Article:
How do you lock the command manager. The dock/ undock feature isn't a convenience, it's actually a hassle.
If you double click on the grey area of the command manager it will dock,
or if you click on the grey area and drag it onto one of the four locating arrows.
Joe Settelmayer wrote: How do you lock the command manager. The dock/ undock feature isn't a convenience, it's actually a hassle.
Joe Settelmayer wrote:
I find the Command Manager to be an inconvenient hassle. It is disabled on my machines. I find the S key & keyboard shortcuts to be far more efficient.
I agree with Kelvin, I have mine turned off.
That's really not a fix. The undocking of the command mgr is the problem. Having the tool sets there is great. I should submit an ER and see if it's picked up
Out of curiosity, when does the CommandManager inadvertanely get undocked? We get very few requests for this so I'd like to learn more about when it happens so at the same time as possibly adding the ability to lock them, or perhaps instead of, we can fix any other types of glitches/behavior where the CommandManager or toolbars gets undocked inadvertantely under normal operating conditions. Here are a couple of interactions I can think of that may cause the behavior:
1) Double clicking on a CommandManager tab when trying to switch tabs instead of single clicking (it is by design the single click activates and double click undocks).
2) Trying to single click on a CommandManager tab when trying to switch tabs and moving the mouse a certain distance before letting go of the mouse (in which case it thinks you are trying to move the CommandManager - but the distance is quite large you have to move before this happens).
3) Trying to double click on a button, but missing the button and hitting empty space beside the button. In most cases, you only need single click to active a button and shouldn't use double click. Double click is really only used if using Single Command Per Pick mode as documented in the options here: http://help.solidworks.com/2014/English/solidworks/sldworks/hidd_options_system_general.htm.
Is one or more of these perhaps the cause? Note that you could be doing one of these without even knowing it when moving/clicking fast and I've even heard of cases where it happens due to a poorly or misfunctioning mouse where a single click sometimes gets acts as a double click in the mouse hardware/driver.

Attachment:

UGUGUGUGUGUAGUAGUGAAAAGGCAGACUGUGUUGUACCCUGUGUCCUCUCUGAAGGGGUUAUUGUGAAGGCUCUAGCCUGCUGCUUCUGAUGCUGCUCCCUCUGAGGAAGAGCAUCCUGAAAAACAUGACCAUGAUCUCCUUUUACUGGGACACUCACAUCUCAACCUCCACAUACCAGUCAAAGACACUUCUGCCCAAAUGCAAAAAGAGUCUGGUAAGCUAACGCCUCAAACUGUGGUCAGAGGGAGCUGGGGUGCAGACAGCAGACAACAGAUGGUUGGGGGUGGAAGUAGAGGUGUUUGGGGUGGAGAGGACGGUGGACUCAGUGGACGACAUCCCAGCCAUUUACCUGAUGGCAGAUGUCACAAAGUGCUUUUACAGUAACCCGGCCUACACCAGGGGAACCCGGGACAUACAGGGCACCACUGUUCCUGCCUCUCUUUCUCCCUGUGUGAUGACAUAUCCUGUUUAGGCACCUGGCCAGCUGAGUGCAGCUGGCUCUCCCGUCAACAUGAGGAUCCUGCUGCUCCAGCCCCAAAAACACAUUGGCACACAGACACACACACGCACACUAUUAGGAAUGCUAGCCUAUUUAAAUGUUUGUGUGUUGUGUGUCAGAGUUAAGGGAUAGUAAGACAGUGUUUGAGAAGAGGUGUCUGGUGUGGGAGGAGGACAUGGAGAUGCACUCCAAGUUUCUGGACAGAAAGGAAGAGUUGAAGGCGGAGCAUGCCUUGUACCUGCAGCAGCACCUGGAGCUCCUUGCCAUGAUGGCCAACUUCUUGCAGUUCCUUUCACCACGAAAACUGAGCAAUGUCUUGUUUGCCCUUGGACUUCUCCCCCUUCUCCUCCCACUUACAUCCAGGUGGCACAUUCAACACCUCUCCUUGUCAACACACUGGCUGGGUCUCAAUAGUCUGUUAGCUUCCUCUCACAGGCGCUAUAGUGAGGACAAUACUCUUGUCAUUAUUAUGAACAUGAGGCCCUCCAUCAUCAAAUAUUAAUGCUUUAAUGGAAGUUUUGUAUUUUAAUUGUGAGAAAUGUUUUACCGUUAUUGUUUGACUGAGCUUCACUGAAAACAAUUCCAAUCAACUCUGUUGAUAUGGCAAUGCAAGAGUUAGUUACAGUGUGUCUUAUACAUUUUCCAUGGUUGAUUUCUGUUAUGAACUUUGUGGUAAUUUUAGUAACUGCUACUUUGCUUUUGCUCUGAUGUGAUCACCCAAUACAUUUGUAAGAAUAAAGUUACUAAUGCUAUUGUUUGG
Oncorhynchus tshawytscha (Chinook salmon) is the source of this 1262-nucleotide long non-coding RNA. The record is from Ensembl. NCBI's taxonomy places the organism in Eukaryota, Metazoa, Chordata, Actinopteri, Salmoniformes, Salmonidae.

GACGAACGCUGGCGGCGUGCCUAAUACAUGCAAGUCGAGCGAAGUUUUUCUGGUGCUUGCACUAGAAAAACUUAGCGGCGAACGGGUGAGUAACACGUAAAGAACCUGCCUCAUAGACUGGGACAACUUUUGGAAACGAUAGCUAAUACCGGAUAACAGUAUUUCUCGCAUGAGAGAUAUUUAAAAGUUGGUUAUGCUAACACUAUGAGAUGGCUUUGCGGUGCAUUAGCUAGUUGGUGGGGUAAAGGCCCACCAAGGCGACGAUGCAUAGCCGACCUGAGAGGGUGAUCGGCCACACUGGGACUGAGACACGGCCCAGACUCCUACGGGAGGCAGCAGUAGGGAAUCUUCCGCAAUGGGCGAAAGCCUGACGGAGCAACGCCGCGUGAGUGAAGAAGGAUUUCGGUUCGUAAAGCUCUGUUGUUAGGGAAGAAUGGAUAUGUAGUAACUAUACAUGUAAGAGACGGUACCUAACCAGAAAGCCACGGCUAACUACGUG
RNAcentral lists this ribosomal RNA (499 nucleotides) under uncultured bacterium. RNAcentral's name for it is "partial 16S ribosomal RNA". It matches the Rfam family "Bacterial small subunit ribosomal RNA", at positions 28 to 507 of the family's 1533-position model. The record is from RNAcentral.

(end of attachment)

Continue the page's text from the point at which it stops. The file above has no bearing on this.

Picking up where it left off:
Did not say it was a fix, but if it is not there it will not un-dock.
are you using two monitors?
This is from a different post from John S.
could this be your issue?
The CommandManager will undock if you double-click it or drag it. You might be accidentally dragging as you click on the tabs.
Double click it. Will set it back in place.
The drag threshold is actually a system setting which, I believe, used to be visible to you on XP machines. However, I can't find it exposed in the Windows 7 control panel. The drag threshold is a system-wide value that affects all applications and is used to determine when your left mouse button is down and you have begun dragging an item, such as a button.
If you're comfortable working with the registry you can open "regedit" and change the following values which will make it more difficult to accidentally drag-to-undock the CommandMgr tab.
Where DragHeight and DragWidth define a rectangle used to detect the start of a drag operation. The SolidWorks code actually magnifies this value by 5. So, if your current setting is 4 for each value above, then you need to drag the CommandMgr tab 20 pixels before it will undock. Once you change these values, you will need to log off and log back onto your machine.
To Jim's point above, if the commandMgr is undocking itself through some other action, then it would be helpful for us to reproduce the scenario. However, if the drag threshold is simply too small for you, then changing the values above should help but it will affect other applications too.
With all this said, your suggestion to truly enable locking of the toolbars is a worthwhile enhancement and we will add it to the list for consideration.
Thanks for your time,
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